"Hair ya are, Miss Trudie," he said, when they arrived. He undid the rope and his belt, and twisted his body to help her climb out of the chair. "Good luck innair."

"Thank you, Tick. Ah 'ppreciate what you did. You a good chauffeur." They both laughed.

"Ah wantchu ta come ta Sunday dinna tomorra," Gertrude said, as she took off his coat and handed it to him. "Be 'bout three uh clock." She told him where her house was located.

"You don't haveta do dat," he said. "Ah . . ."

"Hush up, boy. Ah'll see ya tomorra."

Yes, mam," Tick said, as he put on his coat, got back on the bicycle and rode away.

The next day, to Gertrude's surprise, Tick came dinner. In addition to telling him that she'd caught a ride home with Josie Edwards, she explained how she had gotten her Great Nephew to take the blame for getting the car stalled on Blackwell Road.

After dinner, she gave him a tour of her garden behind the house. "See Ah got a few tomatas hair an' some squash comin' up ova dere." As they walked around, Tick stooped to examine her plants and pull up a few weeds.

When she saw him looking at the small scarecrow wearing a woman's bright, multi-colored, flowered hat, and a long, matching scarf, Gertrude laughed and said, "My son, B.J., put dat up. But it ain't scared nuffin 'cept maybe a few of dem chil’ren down de road an' me now an' den when Ah fo'git he's out hair. B.J. used wonna ma old, church hats and scarfs. Ah tell ya, dat sonna mines ain't got good sense." Tick laughed.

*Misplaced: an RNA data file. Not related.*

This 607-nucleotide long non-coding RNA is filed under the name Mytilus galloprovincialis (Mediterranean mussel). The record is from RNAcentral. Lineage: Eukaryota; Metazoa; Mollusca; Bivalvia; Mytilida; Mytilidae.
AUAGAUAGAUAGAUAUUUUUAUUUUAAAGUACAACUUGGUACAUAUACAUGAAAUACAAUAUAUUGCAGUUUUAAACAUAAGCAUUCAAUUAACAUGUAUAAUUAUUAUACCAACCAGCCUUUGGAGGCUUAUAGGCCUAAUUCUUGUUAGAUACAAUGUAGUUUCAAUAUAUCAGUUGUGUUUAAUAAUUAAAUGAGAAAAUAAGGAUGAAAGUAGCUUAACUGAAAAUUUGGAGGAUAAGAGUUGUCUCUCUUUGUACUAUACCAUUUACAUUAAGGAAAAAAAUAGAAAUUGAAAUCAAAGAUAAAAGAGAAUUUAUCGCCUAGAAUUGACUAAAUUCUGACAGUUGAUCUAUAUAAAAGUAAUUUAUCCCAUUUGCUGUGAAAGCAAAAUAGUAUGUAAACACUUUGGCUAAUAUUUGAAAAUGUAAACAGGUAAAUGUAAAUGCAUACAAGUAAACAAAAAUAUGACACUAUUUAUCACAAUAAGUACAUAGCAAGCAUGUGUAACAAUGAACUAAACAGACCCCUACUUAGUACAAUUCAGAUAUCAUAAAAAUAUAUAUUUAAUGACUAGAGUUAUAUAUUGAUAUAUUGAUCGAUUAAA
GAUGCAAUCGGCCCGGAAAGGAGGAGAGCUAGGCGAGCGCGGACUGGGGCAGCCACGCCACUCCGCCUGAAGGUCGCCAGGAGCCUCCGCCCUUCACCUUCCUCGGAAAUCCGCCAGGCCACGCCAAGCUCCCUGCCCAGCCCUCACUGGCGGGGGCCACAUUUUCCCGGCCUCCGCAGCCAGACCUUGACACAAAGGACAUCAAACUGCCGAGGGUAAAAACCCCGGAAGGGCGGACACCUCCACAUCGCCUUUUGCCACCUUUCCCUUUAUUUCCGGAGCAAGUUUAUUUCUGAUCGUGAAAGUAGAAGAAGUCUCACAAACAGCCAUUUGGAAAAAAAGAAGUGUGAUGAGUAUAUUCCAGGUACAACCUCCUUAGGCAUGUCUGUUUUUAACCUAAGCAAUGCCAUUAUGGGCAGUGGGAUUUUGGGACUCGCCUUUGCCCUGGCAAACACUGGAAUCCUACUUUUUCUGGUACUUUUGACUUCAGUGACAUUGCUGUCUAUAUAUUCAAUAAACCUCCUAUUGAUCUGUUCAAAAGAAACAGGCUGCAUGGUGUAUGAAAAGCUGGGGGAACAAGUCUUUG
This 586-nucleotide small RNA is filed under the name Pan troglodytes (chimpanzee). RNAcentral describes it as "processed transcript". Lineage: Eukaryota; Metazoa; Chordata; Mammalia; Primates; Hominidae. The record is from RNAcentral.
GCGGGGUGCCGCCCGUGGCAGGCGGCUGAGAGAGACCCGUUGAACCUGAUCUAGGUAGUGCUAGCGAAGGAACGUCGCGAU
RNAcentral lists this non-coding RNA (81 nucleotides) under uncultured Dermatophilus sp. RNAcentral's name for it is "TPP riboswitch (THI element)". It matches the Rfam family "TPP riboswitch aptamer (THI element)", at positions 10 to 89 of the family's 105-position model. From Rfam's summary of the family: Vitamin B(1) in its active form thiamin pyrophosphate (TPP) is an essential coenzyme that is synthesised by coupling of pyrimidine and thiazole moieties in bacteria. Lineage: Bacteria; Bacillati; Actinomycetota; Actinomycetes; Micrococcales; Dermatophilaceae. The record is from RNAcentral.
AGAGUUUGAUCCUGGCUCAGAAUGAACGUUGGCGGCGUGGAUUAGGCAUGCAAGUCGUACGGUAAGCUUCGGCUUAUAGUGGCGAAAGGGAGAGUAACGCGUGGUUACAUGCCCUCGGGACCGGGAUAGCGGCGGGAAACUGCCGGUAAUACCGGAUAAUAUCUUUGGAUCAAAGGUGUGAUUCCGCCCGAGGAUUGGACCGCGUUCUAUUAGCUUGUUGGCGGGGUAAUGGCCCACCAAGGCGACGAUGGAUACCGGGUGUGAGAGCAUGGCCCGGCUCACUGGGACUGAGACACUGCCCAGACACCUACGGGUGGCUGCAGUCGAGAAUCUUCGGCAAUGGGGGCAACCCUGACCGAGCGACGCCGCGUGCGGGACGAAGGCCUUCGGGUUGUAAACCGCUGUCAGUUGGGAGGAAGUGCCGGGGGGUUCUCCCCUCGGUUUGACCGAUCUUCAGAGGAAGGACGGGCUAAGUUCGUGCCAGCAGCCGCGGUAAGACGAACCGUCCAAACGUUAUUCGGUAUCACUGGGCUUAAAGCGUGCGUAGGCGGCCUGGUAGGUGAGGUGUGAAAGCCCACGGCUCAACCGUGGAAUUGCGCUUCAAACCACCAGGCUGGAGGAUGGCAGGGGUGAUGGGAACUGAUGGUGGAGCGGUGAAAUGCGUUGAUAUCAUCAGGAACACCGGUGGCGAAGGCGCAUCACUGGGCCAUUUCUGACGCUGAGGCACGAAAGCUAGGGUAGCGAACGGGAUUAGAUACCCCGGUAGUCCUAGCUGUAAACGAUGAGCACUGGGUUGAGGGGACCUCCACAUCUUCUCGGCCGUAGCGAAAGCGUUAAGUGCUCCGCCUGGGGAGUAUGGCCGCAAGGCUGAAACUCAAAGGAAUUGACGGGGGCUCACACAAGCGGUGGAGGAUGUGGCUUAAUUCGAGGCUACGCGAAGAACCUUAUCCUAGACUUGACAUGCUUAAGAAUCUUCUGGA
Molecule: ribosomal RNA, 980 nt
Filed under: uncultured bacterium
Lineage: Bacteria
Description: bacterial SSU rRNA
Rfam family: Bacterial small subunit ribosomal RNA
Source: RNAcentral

When they sat on the porch to talk, she let him sit in the same place where his father used to sit. She asked him where he was going when she'd see him on the bypass.

"Ah earn a few dollas washin' cars at de car wash on de bypass in Warrenton. An' sometimes Ah jus' like ridin' ma bike." He laughed.

They went into the house to eat peach cobbler desert and watch the Sunday evening news. There were a couple of news stories about newly-elected President Jimmy Carter's first few months in office. "Ah like ‘at peanut man. Voted fo' ‘im," Gertrude said. 

When it was time for Tick to leave, and they walked out onto the porch Gertrude said, "Got kinda cool out hair, you might need sumfin else unda dat coat. Ah know dat vest, as nice as it is, ain't gon be enough."

"My sista an' huh husband gave me dis vest fo' Christmas one year," Tick said as he rubbed his hands down it. "Thank it's silk or sumfin."

She went upstairs and rummaged through the closet until she found a jacket that once belonged to her late husband.

Coming back downstairs, she said, "Put dis on unda yo' coat," as she gave him the jacket. Like an obedient child, Tick did as he was told.

"You're a nice man, Tick. An' you welcome back anytime." He gave her a hug, got on his bicycle, waved and rode away.

Tick visited Gertrude several times over the following weeks. It was usually either before or after his shift at the car wash, depending on his work schedule for the week. She fed him and he did minor errands and chores for her.